Circadian (daily) rhythms are a crucial component of human health. Inappropriate daily regulation/phasing of sleep and other clock-controlled parameters is associated with several types of depression, obesity/metabolic syndrome, and cardiovascular disease. At the cellular level, circadian pacemakers regulate cell division, metabolism, and gene expression networks. The selective pressures that led to the evolution of the special characteristics of circadian rhythms (esp. their precise 24 h time constant and temperature compensation) have not been identified. How can metabolic processes that intrinsically feed back with short time constants be recruited by selective pressures to the establishment of a self-sustained 24 h oscillator that is temperature compensated? The answer to this question has broad significance to our understanding of cell cycles, gene transcriptional networks, """"""""Systems"""""""" biology, evolutionary processes, and chronobiology. This project will undertake an experimental evolution of biological rhythms that have circadian characteristics in a quest to identify relevant selective pressures and whether particular metabolic pathways are predisposed towards the evolution of self-sustained biological oscillators. Single cell organisms with genetic capabilities will be subjected to a variety of environmental cycles (light/dark, UV- B, temperature) to ascertain which conditions can lead to the evolution of biological oscillators with circadian characteristics. The successful evolution of such oscillators will be assessed with luminescence reporters of cell cycle and metabolic events.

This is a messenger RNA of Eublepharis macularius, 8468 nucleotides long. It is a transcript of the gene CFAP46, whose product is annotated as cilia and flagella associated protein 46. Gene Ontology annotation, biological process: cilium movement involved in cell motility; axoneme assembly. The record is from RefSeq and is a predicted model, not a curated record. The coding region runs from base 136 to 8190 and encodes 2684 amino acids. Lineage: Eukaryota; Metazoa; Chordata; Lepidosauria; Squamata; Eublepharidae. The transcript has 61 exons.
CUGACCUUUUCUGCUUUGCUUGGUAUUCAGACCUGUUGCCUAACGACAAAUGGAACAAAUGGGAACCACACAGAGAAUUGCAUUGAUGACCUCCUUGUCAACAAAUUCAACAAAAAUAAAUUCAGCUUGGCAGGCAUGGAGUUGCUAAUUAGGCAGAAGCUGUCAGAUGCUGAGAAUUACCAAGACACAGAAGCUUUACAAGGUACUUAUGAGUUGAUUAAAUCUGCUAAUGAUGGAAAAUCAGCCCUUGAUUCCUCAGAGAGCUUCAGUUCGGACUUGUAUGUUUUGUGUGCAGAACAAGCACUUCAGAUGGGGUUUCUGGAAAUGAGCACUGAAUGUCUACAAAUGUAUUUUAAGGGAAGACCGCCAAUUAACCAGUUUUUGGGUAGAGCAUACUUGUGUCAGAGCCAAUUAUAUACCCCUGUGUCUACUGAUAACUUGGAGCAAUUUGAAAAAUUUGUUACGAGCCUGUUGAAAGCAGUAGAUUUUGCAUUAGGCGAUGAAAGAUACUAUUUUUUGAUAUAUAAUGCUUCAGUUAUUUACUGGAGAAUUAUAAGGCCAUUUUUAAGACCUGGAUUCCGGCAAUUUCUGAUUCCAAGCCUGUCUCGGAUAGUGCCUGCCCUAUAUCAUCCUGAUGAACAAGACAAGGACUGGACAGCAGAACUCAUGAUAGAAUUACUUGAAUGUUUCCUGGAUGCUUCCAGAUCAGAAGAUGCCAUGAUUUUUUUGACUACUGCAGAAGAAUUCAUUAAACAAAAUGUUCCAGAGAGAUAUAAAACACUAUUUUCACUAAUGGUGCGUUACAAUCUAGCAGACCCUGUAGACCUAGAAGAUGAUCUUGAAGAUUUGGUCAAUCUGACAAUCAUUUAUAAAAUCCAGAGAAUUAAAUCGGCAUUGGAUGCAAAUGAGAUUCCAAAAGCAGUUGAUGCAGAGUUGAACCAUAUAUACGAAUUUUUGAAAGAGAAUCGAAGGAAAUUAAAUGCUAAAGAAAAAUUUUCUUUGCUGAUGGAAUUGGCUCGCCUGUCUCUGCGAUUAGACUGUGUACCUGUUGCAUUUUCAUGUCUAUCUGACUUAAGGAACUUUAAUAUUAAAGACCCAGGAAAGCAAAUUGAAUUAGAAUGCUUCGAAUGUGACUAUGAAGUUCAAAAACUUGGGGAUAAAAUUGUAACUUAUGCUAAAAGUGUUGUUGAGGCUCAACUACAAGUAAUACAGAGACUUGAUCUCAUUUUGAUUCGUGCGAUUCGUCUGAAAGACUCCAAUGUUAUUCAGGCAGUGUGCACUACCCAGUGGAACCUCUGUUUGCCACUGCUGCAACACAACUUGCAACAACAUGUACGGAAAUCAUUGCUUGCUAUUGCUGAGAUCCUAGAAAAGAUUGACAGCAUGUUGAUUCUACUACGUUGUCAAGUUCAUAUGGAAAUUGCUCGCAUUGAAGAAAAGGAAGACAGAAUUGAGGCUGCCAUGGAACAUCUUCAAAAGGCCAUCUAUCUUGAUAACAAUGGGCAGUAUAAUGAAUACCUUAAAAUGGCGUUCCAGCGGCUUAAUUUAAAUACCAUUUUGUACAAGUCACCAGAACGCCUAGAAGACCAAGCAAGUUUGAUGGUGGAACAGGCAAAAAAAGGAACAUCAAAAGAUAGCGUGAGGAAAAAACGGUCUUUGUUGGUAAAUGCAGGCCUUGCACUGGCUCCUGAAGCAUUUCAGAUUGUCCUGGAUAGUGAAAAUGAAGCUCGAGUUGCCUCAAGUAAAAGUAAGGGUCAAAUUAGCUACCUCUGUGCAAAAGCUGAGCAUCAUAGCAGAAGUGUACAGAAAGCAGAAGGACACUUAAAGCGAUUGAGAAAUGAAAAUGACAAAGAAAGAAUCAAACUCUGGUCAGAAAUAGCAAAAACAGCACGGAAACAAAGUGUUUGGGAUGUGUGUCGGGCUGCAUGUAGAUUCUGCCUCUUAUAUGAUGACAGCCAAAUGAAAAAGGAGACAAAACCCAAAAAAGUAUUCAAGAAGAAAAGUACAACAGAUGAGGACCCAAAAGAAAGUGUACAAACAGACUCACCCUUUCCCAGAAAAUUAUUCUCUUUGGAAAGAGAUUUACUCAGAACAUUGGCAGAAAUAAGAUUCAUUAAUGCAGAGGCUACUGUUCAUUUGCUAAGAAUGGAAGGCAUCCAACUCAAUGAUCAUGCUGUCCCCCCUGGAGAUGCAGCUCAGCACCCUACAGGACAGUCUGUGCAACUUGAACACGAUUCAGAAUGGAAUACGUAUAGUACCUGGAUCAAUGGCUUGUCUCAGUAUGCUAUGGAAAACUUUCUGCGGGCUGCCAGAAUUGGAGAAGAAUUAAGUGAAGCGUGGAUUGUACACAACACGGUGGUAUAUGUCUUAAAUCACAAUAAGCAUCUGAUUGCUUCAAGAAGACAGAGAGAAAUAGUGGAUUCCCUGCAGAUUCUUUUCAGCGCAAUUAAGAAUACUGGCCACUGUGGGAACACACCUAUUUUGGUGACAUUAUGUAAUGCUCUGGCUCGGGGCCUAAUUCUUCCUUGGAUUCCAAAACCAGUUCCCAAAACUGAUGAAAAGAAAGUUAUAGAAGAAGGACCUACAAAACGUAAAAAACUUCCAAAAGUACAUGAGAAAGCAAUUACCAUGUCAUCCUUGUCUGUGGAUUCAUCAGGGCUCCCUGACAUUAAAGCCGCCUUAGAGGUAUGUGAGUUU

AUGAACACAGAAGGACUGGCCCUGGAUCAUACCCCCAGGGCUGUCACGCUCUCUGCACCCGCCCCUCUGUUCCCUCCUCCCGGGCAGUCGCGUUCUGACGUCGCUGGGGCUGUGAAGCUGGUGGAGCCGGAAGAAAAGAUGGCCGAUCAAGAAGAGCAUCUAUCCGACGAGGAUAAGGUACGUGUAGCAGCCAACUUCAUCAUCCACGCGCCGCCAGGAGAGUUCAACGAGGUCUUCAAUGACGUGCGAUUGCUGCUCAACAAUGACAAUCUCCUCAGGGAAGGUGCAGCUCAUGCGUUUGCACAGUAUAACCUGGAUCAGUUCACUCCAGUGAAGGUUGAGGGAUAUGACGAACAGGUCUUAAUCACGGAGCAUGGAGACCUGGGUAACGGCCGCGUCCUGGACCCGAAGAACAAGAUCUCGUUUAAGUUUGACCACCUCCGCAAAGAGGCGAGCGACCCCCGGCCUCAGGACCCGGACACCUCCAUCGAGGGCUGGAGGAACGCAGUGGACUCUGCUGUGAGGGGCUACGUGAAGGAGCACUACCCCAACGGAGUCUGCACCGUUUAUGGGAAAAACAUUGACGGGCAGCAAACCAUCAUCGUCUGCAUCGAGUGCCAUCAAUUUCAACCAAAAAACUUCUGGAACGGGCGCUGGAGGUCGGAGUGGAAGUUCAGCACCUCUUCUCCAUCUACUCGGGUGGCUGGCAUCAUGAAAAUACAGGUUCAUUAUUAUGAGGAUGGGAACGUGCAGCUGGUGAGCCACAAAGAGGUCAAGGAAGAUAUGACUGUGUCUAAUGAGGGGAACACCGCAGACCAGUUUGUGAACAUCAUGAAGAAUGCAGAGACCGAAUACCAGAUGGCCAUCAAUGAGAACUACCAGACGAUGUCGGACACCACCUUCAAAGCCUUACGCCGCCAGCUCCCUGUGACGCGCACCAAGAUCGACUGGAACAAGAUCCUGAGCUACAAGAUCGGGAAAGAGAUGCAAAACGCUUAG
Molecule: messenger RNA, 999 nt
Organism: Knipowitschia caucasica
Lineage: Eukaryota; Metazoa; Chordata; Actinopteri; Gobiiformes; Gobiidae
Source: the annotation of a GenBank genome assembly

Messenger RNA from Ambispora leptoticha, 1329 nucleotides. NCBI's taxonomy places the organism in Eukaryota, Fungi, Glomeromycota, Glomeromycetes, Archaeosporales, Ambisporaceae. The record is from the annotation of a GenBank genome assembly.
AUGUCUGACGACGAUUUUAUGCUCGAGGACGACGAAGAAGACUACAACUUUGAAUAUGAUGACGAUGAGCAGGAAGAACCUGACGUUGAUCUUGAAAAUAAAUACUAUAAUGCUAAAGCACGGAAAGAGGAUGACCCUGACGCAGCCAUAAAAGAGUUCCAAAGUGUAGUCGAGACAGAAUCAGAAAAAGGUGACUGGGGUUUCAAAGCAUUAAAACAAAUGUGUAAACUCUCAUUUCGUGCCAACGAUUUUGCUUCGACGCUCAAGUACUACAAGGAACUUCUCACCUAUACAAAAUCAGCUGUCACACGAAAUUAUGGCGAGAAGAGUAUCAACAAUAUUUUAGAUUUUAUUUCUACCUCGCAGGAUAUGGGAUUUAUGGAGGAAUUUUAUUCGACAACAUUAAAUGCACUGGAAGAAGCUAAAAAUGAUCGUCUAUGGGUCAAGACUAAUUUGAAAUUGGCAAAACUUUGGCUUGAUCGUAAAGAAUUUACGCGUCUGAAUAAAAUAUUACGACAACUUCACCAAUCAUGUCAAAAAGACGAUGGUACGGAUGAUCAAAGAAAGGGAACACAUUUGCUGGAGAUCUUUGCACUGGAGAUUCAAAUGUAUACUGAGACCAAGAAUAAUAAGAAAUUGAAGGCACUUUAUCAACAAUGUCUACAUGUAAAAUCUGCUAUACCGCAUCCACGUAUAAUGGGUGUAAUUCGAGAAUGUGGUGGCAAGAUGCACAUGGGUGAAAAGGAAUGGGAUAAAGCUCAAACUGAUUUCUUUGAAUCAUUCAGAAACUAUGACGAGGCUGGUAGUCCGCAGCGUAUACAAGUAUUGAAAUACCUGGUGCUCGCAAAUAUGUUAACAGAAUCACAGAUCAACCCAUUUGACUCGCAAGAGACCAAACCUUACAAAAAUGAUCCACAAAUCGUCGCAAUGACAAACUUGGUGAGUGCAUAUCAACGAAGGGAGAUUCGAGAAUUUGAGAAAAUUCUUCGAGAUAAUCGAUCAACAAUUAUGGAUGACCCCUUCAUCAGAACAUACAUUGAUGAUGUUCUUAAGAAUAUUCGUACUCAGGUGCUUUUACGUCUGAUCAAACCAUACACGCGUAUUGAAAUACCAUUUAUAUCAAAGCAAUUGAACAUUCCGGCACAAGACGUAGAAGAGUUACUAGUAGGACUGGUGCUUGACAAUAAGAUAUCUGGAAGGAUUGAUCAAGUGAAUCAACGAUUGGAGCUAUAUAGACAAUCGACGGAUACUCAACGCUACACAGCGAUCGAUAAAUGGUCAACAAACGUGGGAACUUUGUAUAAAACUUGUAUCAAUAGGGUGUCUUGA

Public Health Relevance

Circadian rhythms organize the temporal activities of metabolism and gene expression;disruption of these daily programs has serious consequences for human health and well-being. Identifying the selective pressures that can shape metabolism to establish biological clocks will enable the understanding of the history whereby clock mechanisms were developed and how clocks are coupled to metabolism. Ultimately, knowing these links may help to provide therapies for diseases that are related to clock disruption.

National Institute of Health (NIH)
National Institute of General Medical Sciences (NIGMS)
Research Project (R01)
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Special Emphasis Panel (ZGM1-CBB-7 (EU))
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Tompkins, Laurie
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Vanderbilt University Medical Center
Schools of Arts and Sciences
United States
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Johnson, Carl Hirschie; Zhao, Chi; Xu, Yao et al. (2017) Timing the day: what makes bacterial clocks tick? Nat Rev Microbiol 15:232-242
Tackenberg, Michael C; Johnson, Carl H; Page, Terry L et al. (2017) Revealing Oft-cited but Unpublished Papers of Colin Pittendrigh and Coworkers. J Biol Rhythms 32:291-294
Ma, Peijun; Mori, Tetsuya; Zhao, Chi et al. (2016) Evolution of KaiC-Dependent Timekeepers: A Proto-circadian Timing Mechanism Confers Adaptive Fitness in the Purple Bacterium Rhodopseudomonas palustris. PLoS Genet 12:e1005922
Egli, Martin; Johnson, Carl H (2015) Biochemistry that times the day. Biochemistry 54:104-9
Mori, Tetsuya; Mchaourab, Hassane; Johnson, Carl Hirschie (2015) Circadian Clocks: Unexpected Biochemical Cogs. Curr Biol 25:R842-4
Qin, Ximing; Mori, Tetsuya; Zhang, Yunfei et al. (2015) PER2 Differentially Regulates Clock Phosphorylation versus Transcription by Reciprocal Switching of CK1? Activity. J Biol Rhythms 30:206-16
Shi, Shu-qun; Bichell, Terry Jo; Ihrie, Rebecca A et al. (2015) Ube3a imprinting impairs circadian robustness in Angelman syndrome models. Curr Biol 25:537-45
Johnson, Carl Hirschie; Egli, Martin (2014) Metabolic compensation and circadian resilience in prokaryotic cyanobacteria. Annu Rev Biochem 83:221-47
Pattanayek, Rekha; Xu, Yao; Lamichhane, Aashish et al. (2014) An arginine tetrad as mediator of input-dependent and input-independent ATPases in the clock protein KaiC. Acta Crystallogr D Biol Crystallogr 70:1375-90
Robertson, James Brian; Davis, Chris R; Johnson, Carl Hirschie (2013) Visible light alters yeast metabolic rhythms by inhibiting respiration. Proc Natl Acad Sci U S A 110:21130-5

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